Accession: 052825443

Download citation: RISBibTeXText

PMID: 23463558

DOI: 10.2527/jas.2012-5451


Related references

Effect of rate of body weight gain in steers during the stocker phase. I. Growth, partitioning of fat among depots, and carcass characteristics of growing-finishing beef cattle. Journal of Animal Science 91(9): 4322-4335, 2013

Effect of rate of weight gain of steers during the stocker phase. III. Gene expression of adipose tissues and skeletal muscle in growing-finishing beef cattle. Journal of Animal Science 92(4): 1462-1472, 2014

Effect of rate of weight gain of steers during the stocker phase. IV. Rumen fermentation characteristics and expression of genes involved in substrate utilization for fatty acid synthesis in adipose tissues of growing-finishing beef cattle. Journal of Animal Science 93(6): 3055-3065, 2015

Effect of prior rate of gain and end weight on energy metabolism, visceral organ mass and body composition of Angus X Hereford steers. Energy metabolism of farm animals: 287-290, 1989

Effects of winter growing program on visceral organ mass, composition, and oxygen consumption of beef steers during growing and finishing. Journal of Animal Science 88(4): 1554-1563, 2010

Effects of body weight, frame size and rate of gain on the composition of gain of beef steers. Journal of Animal Science 66(7): 1732-1738, 1988

Effect of live weight gain of steers during winter grazing: I. Feedlot performance, carcass characteristics, and body composition of beef steers. Journal of Animal Science 82(1): 262-272, 2004

Anabolic implant effects on visceral organ mass, chemical body composition, and estimated energetic efficiency in cloned (genetically identical) beef steers. Journal of Animal Science 75(10): 2620-2626, 1997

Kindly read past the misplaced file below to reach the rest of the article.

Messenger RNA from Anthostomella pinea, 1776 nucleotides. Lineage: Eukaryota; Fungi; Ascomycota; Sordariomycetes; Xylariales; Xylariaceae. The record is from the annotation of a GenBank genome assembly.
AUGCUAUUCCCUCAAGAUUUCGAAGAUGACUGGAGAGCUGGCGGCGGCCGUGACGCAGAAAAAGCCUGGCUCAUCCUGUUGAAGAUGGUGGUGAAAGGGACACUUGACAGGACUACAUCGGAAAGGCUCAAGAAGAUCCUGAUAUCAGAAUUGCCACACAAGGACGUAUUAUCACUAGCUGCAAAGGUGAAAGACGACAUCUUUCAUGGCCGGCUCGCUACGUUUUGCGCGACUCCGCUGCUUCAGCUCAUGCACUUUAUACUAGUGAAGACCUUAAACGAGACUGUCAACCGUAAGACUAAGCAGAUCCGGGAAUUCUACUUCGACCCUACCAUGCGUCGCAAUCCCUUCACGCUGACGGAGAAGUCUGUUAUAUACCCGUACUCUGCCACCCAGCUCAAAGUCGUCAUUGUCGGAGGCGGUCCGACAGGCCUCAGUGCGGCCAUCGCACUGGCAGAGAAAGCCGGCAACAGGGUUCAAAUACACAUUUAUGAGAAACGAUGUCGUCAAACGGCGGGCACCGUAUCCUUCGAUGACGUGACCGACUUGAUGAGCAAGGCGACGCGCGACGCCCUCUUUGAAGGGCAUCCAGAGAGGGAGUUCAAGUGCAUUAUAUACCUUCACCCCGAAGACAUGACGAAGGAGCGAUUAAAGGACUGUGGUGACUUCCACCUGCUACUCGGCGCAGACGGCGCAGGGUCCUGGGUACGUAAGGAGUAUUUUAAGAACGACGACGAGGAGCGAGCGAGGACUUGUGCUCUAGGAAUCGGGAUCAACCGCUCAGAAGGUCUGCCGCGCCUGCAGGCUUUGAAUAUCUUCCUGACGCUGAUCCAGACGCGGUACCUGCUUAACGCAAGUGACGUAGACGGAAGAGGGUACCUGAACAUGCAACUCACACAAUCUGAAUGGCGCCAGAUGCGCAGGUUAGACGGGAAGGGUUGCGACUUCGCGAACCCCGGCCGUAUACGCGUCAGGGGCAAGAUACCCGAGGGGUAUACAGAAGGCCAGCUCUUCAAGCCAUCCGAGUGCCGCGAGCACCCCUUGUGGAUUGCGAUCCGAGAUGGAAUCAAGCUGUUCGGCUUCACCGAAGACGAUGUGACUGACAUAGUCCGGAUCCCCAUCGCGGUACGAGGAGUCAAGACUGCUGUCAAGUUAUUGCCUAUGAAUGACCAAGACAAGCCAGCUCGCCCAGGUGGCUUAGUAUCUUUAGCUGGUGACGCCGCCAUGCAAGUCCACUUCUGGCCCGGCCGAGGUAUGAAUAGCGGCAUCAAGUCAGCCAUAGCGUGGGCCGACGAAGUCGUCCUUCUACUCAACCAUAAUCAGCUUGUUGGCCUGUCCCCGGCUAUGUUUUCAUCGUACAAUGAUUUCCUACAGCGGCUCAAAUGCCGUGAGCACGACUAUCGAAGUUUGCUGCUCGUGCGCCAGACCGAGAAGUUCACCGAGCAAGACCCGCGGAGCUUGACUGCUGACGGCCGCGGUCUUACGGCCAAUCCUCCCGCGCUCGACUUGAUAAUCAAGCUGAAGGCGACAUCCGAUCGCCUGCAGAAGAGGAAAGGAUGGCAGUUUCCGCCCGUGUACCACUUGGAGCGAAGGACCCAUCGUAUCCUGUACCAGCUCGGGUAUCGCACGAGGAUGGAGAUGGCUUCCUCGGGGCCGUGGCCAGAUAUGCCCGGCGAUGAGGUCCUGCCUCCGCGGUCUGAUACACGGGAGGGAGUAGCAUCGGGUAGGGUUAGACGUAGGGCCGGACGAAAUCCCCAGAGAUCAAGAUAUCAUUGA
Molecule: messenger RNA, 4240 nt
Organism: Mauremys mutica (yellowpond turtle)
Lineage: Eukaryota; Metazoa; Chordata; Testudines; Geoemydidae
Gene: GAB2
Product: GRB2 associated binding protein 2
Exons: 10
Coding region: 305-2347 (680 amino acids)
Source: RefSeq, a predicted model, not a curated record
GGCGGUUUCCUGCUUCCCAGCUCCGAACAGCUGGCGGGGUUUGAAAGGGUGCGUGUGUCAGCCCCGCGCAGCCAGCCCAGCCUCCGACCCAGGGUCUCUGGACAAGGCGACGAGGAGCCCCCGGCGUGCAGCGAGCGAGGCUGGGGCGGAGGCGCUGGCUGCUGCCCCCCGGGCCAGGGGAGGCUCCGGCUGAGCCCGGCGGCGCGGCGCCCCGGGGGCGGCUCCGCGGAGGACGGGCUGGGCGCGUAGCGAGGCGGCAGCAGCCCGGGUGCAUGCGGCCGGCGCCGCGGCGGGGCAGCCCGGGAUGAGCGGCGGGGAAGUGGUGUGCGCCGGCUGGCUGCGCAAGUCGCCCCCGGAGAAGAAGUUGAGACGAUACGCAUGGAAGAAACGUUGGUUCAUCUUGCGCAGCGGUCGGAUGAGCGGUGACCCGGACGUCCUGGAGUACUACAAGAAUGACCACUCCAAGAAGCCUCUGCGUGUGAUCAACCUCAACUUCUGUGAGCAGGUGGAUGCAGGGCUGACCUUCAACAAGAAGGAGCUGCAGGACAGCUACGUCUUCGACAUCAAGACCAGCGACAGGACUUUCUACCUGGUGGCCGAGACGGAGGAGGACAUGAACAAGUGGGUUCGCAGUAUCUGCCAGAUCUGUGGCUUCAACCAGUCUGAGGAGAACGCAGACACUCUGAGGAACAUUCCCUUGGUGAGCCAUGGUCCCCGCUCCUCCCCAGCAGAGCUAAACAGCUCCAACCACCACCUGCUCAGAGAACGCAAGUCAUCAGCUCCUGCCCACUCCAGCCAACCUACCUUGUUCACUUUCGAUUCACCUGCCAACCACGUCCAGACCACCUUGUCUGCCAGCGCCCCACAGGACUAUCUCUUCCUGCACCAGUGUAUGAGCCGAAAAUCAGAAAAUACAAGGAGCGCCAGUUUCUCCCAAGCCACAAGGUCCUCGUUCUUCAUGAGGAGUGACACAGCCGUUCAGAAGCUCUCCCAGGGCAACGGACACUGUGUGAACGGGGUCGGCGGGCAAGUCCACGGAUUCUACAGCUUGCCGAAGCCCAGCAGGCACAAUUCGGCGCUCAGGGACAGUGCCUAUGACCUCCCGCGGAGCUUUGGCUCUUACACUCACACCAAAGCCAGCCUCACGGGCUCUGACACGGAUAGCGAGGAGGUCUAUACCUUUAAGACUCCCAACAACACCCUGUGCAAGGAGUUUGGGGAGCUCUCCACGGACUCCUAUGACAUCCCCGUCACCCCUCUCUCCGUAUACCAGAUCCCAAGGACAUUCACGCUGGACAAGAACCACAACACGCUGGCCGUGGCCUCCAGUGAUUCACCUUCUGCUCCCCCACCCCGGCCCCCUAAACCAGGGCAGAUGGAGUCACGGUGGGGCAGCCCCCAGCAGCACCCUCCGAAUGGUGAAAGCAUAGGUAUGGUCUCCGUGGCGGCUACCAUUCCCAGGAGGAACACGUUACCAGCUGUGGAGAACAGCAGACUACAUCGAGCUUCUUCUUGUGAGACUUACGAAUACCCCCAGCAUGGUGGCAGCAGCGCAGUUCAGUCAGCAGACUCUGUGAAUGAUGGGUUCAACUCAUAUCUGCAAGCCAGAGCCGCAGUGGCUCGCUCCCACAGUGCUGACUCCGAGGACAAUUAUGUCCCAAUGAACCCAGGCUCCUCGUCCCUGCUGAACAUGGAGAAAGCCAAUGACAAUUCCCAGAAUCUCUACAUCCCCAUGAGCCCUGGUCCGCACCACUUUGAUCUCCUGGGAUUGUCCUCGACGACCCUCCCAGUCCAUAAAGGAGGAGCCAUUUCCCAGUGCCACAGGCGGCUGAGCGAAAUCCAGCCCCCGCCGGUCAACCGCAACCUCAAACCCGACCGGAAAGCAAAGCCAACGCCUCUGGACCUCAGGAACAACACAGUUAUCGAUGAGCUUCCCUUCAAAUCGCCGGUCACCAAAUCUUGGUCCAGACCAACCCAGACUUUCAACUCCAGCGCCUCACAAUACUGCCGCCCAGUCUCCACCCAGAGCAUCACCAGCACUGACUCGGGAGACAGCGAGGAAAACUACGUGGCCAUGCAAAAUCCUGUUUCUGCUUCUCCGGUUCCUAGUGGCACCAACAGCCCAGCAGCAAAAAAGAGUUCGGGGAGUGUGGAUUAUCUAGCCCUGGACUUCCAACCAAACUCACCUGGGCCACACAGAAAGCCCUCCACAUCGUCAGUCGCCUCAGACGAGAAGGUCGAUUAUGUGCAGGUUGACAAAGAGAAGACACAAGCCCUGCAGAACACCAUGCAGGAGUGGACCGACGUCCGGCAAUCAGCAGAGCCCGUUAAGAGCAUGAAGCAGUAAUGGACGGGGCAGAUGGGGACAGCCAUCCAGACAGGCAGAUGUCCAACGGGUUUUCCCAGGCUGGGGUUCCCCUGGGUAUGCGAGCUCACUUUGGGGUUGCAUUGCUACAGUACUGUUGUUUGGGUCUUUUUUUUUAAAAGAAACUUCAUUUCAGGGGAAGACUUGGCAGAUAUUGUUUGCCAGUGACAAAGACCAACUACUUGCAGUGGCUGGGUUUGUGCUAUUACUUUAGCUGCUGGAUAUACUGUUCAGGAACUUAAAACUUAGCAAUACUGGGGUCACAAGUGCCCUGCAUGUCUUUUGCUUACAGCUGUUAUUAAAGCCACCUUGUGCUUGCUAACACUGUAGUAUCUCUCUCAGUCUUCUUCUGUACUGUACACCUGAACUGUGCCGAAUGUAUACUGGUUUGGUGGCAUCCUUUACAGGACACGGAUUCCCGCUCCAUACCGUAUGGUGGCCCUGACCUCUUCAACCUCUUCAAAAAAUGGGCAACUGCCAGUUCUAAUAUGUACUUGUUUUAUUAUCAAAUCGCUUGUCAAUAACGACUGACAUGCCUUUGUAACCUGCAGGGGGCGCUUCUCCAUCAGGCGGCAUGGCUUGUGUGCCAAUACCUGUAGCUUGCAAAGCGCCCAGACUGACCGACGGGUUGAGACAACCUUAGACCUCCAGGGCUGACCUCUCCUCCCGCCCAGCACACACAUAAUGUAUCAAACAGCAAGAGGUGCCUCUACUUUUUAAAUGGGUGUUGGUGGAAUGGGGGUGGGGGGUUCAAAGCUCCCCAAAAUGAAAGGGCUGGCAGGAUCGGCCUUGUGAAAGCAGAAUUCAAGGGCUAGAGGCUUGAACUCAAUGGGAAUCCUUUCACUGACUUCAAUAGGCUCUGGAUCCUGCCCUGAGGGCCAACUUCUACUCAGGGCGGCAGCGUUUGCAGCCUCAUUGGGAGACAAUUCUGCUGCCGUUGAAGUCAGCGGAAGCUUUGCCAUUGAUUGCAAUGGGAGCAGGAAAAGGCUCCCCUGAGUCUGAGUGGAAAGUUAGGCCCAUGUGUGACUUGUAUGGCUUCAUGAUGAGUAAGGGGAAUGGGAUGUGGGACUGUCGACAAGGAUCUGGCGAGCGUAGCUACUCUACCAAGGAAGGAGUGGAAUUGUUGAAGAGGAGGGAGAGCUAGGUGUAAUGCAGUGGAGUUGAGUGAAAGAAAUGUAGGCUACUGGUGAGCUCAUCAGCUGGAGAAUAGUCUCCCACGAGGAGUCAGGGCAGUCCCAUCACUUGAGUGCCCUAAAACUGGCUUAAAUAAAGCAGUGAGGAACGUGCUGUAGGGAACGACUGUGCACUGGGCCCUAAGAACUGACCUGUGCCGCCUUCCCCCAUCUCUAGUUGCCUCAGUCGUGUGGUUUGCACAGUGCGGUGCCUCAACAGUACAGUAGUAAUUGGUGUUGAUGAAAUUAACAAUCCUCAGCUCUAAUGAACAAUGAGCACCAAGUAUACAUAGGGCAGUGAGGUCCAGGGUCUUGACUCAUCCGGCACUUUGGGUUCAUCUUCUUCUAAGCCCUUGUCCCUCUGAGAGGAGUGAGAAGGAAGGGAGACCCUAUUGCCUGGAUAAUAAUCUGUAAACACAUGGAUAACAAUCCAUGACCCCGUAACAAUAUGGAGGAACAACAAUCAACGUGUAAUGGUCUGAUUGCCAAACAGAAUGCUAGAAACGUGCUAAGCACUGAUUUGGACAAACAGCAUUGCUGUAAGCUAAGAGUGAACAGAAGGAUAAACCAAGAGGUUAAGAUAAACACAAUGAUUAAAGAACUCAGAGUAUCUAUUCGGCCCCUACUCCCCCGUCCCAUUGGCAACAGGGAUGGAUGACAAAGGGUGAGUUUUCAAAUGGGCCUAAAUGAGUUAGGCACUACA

Evaluation of hepatic markers and body weight gain in growing and finishing steers. Comparative Clinical Pathology 25(4): 721-725, 2016

Effects of high selenium wheat on carcass weight, visceral organ mass and intestinal growth in finishing beef steers. Journal of Animal Science 81(Suppl. 2): 95-96, 2003

The effect of rate of gain during the growing and finishing periods on the feed efficiency and carcass composition of the pig. 1. Rate of gain during the growing period from 18 to 57 kg live weight. J. Agric. Sci 71: 311-318, 1968

The effect of rate of gain during the growing and finishing periods on the feed efficiency and carcass composition of the pig i rate of gain during the growing period from 18 to 57 kilogram live weight. Journal of Agricultural Science 71(3): 311-318, 1968

Effect of live weight gain of steers during winter grazing: I. Feedlot performance, carcass characteristics, and body composition of beef steers1,2,3. Journal of Animal Science 82(1): 262-272, 2004

Effect of high-selenium wheat on visceral organ mass, and intestinal cellularity and vascularity in finishing beef steers. Journal of Animal Science 82(6): 1788-1793, 2004

Energy and nutrient content of empty body, composition of body weight gain and energy utilization by growing bulls, heifers and steers. Aguilera, J F EAAP Publication; Energy metabolism of farm animals 241-244, 1994